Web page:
With no squish, and no bumps, climbing efficiency on a road bike is a glorious thing.

    Mr. P

  7. #7
    Old man on a bike
    Reputation: Bikinfoolferlife's Avatar
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    I'm in the keep the 39/53 and use a 12-25 or 12-27 crowd. I run the 25 now with a 39/53 and find everything rideable on the roads in the Bay Area with this setup. Even though I've hardly been on the road bike lately, been having too much fun mountain biking
    "...the people get the government they deserve..."
    suum quique

  8. #8

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    I'd take Plim's advice and get out and get some saddle time in on a standard double and see if it works for you. That said I put together a road bike for myself back in December and used a compact double. The compact has been great for me. I'm not a racer I just enjoy getting out and riding.

  9. #9
    fc
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    Compact!!!!!!!!!!!!!!!!!!!!!!!!!!!

    Compact has much lower gears and decreases the need for the dreaded triple. Compact will always leave you with a gear to spare and you can tackle your dreaded steeps even on your bad day. Compact also allows you to stay in the big ring longer. This lets you keep your speed and cadence through the rollers. Compact is also lighter.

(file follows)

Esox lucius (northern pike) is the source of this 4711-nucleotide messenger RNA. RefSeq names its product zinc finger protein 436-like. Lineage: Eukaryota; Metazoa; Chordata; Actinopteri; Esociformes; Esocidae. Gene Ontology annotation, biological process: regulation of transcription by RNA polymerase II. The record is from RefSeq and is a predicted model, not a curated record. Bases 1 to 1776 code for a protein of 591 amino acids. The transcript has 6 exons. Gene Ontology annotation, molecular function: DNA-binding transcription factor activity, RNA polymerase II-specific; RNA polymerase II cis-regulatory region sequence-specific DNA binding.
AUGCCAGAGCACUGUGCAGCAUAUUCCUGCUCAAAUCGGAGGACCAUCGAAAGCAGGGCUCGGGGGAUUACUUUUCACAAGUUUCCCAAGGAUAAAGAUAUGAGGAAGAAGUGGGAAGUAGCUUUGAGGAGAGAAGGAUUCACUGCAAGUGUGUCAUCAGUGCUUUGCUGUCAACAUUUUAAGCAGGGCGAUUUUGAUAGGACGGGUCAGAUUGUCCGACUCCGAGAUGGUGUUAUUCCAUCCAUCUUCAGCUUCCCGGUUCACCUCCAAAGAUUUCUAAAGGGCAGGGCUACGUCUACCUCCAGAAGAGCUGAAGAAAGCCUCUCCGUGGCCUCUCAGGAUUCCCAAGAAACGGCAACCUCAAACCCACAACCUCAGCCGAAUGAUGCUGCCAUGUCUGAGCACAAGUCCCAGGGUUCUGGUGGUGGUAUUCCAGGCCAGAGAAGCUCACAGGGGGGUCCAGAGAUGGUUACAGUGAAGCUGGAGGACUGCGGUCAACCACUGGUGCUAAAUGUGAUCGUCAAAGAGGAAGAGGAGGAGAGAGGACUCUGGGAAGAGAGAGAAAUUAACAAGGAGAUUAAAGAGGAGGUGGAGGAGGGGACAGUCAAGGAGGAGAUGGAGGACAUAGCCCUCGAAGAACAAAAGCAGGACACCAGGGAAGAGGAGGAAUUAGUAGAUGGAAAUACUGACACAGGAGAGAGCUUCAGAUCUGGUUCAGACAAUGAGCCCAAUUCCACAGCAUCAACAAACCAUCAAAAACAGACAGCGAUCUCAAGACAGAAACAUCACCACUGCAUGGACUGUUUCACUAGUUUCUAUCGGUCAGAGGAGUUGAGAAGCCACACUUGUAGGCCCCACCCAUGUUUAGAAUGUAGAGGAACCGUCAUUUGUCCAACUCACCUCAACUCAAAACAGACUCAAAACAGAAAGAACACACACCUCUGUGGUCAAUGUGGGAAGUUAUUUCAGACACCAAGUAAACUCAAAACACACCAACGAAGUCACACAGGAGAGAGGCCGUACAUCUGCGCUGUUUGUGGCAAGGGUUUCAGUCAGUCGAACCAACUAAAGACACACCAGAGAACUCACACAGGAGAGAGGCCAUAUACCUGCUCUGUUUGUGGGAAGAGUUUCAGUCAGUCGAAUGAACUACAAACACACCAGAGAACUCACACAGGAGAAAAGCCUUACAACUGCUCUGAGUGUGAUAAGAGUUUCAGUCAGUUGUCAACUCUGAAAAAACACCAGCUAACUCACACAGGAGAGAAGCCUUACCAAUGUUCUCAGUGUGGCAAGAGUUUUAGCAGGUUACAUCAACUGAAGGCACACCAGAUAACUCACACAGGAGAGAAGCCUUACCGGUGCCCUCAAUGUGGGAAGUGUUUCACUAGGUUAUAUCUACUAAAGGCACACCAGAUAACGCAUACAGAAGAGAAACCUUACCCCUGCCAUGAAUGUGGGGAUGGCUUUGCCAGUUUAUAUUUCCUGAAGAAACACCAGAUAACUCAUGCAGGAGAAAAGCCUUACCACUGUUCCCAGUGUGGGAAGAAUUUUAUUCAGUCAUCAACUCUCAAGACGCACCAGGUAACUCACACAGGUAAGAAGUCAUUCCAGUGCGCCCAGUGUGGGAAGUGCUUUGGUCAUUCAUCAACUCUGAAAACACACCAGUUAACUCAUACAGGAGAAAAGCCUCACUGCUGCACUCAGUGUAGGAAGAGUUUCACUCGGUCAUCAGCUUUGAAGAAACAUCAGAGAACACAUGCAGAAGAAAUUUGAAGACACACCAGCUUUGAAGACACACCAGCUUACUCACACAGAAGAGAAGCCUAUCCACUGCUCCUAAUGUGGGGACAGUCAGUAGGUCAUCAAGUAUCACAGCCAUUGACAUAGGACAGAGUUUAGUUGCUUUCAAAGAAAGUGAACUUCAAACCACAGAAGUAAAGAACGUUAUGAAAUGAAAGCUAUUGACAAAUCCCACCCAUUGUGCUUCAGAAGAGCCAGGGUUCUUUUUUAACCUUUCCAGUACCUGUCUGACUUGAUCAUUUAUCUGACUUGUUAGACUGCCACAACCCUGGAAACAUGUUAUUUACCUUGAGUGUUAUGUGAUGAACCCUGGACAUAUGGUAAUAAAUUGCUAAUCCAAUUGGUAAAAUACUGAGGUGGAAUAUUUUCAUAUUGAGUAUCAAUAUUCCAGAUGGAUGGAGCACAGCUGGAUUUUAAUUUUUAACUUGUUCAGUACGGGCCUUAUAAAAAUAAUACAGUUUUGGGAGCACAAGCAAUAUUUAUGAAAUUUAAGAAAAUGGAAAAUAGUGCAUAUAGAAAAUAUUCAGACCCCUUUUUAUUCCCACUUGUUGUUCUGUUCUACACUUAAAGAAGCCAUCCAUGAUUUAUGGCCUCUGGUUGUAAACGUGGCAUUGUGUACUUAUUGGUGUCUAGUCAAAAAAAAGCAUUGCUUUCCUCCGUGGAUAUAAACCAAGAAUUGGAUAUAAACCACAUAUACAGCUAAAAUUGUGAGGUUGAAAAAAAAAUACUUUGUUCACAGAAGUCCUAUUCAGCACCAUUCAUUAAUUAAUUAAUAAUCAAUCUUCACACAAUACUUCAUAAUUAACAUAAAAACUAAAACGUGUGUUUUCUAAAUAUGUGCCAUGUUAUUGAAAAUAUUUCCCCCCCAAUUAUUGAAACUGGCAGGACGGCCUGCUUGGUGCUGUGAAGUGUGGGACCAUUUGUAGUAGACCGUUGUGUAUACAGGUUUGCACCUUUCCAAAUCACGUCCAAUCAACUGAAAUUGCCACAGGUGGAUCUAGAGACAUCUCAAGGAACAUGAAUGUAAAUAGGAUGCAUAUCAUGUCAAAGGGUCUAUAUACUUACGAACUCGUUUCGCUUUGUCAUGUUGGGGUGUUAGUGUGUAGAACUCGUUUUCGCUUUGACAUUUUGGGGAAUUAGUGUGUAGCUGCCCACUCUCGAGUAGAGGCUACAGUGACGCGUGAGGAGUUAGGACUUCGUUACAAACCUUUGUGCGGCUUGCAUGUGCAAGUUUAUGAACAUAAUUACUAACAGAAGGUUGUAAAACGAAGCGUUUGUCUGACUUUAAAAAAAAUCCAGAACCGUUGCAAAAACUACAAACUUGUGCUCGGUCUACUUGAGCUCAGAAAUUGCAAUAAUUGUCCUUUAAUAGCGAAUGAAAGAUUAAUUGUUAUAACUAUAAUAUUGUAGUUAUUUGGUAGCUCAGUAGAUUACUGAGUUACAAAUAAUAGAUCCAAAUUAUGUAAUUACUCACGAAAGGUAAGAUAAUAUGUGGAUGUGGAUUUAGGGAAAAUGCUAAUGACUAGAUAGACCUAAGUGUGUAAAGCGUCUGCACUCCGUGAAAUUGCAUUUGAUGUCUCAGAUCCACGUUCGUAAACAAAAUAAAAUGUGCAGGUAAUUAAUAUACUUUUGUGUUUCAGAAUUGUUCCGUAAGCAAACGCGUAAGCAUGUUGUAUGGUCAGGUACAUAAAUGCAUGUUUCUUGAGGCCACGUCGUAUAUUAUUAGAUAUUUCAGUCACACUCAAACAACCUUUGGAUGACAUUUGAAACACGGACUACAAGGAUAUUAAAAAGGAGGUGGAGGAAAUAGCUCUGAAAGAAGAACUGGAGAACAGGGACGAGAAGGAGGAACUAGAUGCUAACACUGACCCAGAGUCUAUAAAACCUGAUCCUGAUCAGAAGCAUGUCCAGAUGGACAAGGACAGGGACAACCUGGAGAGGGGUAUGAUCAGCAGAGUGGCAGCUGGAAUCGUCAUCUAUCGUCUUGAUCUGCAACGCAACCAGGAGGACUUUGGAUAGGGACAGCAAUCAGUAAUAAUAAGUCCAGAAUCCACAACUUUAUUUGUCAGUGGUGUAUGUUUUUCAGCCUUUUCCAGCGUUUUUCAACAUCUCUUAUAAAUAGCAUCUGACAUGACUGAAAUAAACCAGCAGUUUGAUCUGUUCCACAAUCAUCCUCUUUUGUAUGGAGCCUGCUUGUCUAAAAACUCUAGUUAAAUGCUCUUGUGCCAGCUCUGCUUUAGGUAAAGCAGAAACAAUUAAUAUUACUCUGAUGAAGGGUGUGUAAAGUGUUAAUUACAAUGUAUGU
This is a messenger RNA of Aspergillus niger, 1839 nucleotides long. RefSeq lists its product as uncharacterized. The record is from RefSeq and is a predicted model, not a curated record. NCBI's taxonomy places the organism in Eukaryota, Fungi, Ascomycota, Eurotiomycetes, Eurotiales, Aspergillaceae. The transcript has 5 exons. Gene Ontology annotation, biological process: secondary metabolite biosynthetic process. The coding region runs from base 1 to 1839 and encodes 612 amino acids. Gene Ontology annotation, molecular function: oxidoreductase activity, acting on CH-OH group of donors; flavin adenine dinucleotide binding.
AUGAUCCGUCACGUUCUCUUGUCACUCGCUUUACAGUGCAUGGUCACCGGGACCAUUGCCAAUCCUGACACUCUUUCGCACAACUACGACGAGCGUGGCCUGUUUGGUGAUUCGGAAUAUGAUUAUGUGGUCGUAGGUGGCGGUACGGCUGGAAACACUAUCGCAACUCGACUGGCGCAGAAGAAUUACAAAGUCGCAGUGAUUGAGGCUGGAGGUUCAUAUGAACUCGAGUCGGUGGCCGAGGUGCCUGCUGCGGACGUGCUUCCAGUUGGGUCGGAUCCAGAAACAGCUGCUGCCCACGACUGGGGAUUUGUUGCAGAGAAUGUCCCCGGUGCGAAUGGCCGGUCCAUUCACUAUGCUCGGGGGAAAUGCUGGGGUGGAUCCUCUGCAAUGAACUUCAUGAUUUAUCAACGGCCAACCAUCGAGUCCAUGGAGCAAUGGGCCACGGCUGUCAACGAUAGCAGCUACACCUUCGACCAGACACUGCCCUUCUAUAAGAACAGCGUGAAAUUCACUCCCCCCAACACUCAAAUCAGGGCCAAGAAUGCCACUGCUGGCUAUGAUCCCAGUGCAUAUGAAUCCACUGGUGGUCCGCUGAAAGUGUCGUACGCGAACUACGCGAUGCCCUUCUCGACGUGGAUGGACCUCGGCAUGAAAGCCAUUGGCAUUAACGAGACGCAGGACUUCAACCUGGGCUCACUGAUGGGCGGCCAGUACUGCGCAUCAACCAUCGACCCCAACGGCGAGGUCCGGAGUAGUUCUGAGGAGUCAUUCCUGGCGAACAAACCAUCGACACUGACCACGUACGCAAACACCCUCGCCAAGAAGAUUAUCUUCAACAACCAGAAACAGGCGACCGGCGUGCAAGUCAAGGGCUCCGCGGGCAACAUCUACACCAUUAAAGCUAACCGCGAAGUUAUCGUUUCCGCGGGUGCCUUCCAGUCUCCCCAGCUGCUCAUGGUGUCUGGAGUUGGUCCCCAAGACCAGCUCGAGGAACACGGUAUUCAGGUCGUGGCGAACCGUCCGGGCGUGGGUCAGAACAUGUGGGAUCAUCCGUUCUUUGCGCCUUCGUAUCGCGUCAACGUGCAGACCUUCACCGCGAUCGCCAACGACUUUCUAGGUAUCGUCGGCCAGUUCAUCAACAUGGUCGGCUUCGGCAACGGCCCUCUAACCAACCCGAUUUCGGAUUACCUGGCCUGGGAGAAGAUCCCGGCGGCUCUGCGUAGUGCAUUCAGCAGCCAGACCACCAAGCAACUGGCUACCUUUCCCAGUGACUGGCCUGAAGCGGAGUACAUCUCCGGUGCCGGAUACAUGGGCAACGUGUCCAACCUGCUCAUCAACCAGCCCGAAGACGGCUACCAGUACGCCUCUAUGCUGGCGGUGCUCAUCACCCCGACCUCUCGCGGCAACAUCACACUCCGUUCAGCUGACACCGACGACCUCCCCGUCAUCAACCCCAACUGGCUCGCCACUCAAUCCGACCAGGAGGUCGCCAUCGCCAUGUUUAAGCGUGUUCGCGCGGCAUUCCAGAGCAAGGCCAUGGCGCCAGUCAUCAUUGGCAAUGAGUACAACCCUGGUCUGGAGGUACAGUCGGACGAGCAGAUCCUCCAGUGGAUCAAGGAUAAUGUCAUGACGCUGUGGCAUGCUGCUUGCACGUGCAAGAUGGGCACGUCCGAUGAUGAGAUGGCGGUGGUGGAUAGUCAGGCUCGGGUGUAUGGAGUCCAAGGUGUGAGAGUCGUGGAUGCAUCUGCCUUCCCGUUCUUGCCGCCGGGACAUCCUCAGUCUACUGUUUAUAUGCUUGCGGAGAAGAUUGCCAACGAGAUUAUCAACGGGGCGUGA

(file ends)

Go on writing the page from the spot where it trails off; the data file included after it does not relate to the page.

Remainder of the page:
Compact is so good that even the hardliners at Shimano and Campy are finally producing product. In a few years, I think most of the bikes will be sold with compact.

    francois

  10. #10
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    Quote Originally Posted by francois
    Compact!!!!!!!!!!!!!!!!!!!!!!!!!!!

    Compact has much lower gears and decreases the need for the dreaded triple. Compact will always leave you with a gear to spare and you can tackle your dreaded steeps even on your bad day. Compact also allows you to stay in the big ring longer. This lets you keep your speed and cadence through the rollers. Compact is also lighter.

    Compact is so good that even the hardliners at Shimano and Campy are finally producing product. In a few years, I think most of the bikes will be sold with compact.

    francois

    I have a compact, and now I am depressed. I even have 10 speeds and there aint no gears to spare

  11. #11

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    Quote Originally Posted by grrrah

    I have a compact, and now I am depressed. I even have 10 speeds and there aint no gears to spare
    Don't feel bad, your not alone. I frequently find myself with no spare gears, just a spare tire around the midsection.

  12. #12
    jrm
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    Compact..

    Are pretty versatile but not as much as say a 50-40-30 triple. The one drawback of the compact is the amount of overlap between the rings when you shift. This is why i switched from a 50-34 to a 50-36. i really like my 50-36 compact with a 12-27 cassette because a majority of the time i can use the 36T and get full use of the range of the 12-27 cassette.